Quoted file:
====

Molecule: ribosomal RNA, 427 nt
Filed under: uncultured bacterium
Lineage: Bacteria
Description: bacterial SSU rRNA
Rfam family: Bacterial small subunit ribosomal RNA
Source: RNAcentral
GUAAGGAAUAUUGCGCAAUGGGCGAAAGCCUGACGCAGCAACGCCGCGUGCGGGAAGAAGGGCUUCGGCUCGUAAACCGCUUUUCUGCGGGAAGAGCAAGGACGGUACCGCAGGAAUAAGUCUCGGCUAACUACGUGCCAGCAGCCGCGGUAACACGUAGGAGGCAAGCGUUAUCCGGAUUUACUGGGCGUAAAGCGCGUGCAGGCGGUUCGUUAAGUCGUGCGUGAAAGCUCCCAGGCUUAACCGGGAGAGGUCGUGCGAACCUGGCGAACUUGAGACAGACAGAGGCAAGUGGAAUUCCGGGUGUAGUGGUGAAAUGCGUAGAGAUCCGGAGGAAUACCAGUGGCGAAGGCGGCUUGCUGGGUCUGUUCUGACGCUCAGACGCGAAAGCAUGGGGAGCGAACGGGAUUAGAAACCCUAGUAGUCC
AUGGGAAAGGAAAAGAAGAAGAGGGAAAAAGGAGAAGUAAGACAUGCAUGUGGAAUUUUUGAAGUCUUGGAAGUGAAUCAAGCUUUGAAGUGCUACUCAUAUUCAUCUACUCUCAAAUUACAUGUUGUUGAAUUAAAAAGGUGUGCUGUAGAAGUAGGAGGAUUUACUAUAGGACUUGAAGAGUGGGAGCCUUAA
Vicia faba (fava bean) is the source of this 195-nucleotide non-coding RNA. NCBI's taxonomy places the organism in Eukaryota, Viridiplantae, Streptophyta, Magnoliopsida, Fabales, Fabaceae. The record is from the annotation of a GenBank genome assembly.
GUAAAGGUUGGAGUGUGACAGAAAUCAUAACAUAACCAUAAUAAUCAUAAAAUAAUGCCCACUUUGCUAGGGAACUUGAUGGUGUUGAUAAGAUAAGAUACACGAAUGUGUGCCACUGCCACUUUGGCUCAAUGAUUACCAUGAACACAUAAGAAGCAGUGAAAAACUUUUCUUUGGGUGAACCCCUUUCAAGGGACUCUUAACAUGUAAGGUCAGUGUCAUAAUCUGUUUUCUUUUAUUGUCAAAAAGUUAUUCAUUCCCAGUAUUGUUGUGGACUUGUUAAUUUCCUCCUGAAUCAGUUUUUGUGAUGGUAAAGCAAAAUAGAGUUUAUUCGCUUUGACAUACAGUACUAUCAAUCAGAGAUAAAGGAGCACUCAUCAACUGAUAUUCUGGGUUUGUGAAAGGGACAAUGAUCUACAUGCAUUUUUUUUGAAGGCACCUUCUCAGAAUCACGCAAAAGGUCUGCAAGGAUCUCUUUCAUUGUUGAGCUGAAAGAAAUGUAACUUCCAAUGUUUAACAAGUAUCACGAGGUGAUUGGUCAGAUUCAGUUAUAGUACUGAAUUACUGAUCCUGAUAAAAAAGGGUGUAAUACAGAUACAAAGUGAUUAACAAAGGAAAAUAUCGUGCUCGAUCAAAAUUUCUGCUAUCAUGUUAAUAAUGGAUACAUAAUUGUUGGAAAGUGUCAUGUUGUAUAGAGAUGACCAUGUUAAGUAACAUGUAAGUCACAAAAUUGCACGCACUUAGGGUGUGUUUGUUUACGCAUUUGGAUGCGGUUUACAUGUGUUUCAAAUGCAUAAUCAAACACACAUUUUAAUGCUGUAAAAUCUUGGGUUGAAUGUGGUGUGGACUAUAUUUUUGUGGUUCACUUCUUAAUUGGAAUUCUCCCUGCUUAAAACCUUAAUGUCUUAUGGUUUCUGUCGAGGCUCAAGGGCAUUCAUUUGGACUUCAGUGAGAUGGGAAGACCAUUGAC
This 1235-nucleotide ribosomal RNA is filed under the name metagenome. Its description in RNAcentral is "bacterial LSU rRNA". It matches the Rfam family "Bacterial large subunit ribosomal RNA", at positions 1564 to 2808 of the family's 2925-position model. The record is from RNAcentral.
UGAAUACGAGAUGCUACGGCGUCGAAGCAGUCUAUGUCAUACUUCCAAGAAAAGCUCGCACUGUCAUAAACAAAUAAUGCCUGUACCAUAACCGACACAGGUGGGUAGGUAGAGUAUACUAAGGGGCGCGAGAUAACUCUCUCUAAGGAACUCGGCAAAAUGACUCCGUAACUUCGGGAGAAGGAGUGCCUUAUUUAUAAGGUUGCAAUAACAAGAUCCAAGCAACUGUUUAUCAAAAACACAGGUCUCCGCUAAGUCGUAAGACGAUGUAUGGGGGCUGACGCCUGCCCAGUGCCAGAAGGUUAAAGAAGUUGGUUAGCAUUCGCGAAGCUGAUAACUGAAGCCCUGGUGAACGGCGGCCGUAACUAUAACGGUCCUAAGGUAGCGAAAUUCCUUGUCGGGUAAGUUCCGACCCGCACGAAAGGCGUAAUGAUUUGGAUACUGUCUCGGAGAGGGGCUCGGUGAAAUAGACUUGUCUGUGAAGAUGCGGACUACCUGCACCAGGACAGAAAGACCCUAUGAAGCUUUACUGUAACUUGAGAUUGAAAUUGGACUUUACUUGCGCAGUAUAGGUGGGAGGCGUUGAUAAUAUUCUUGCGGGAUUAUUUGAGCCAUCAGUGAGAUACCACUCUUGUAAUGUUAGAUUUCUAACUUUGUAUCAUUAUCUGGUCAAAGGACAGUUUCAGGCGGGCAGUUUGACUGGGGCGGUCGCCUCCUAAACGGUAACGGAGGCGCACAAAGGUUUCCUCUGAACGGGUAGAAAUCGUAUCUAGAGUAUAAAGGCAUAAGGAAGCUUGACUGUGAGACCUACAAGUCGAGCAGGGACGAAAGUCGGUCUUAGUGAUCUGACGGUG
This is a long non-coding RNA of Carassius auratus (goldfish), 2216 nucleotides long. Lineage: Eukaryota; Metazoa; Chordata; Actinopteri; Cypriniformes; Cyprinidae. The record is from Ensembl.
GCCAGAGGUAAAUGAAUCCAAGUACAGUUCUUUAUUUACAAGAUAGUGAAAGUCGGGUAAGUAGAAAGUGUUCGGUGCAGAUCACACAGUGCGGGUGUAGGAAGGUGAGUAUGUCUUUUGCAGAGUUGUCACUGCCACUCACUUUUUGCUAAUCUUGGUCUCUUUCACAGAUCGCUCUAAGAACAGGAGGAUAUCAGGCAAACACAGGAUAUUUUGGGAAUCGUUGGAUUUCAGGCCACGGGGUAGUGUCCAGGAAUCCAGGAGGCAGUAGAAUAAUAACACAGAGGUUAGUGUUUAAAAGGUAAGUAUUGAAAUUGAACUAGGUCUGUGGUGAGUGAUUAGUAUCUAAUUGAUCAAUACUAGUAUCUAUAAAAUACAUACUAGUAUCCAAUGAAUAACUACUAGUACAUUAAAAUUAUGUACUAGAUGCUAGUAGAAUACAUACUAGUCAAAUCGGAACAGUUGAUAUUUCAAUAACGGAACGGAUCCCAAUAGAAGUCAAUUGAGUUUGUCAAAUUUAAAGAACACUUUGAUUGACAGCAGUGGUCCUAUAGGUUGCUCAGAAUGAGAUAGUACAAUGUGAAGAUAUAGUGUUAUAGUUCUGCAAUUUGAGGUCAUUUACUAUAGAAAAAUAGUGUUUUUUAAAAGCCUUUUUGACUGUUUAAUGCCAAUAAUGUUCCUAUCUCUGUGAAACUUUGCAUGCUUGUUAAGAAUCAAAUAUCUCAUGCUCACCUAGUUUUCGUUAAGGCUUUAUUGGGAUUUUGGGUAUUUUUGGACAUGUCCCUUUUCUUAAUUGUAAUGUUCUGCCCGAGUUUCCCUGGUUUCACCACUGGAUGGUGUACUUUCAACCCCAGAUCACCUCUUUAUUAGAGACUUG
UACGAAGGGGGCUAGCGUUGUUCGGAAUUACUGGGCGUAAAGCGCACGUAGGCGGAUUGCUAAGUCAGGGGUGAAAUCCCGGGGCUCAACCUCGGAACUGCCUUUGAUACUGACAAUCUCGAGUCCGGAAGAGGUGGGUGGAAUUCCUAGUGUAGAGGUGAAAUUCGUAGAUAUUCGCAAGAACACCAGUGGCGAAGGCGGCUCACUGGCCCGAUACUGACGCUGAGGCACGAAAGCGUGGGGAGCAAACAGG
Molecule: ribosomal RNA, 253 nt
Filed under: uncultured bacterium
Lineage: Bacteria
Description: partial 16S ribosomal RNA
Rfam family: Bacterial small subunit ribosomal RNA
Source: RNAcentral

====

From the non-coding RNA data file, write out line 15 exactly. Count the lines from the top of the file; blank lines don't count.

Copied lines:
UACGAAGGGGGCUAGCGUUGUUCGGAAUUACUGGGCGUAAAGCGCACGUAGGCGGAUUGCUAAGUCAGGGGUGAAAUCCCGGGGCUCAACCUCGGAACUGCCUUUGAUACUGACAAUCUCGAGUCCGGAAGAGGUGGGUGGAAUUCCUAGUGUAGAGGUGAAAUUCGUAGAUAUUCGCAAGAACACCAGUGGCGAAGGCGGCUCACUGGCCCGAUACUGACGCUGAGGCACGAAAGCGUGGGGAGCAAACAGG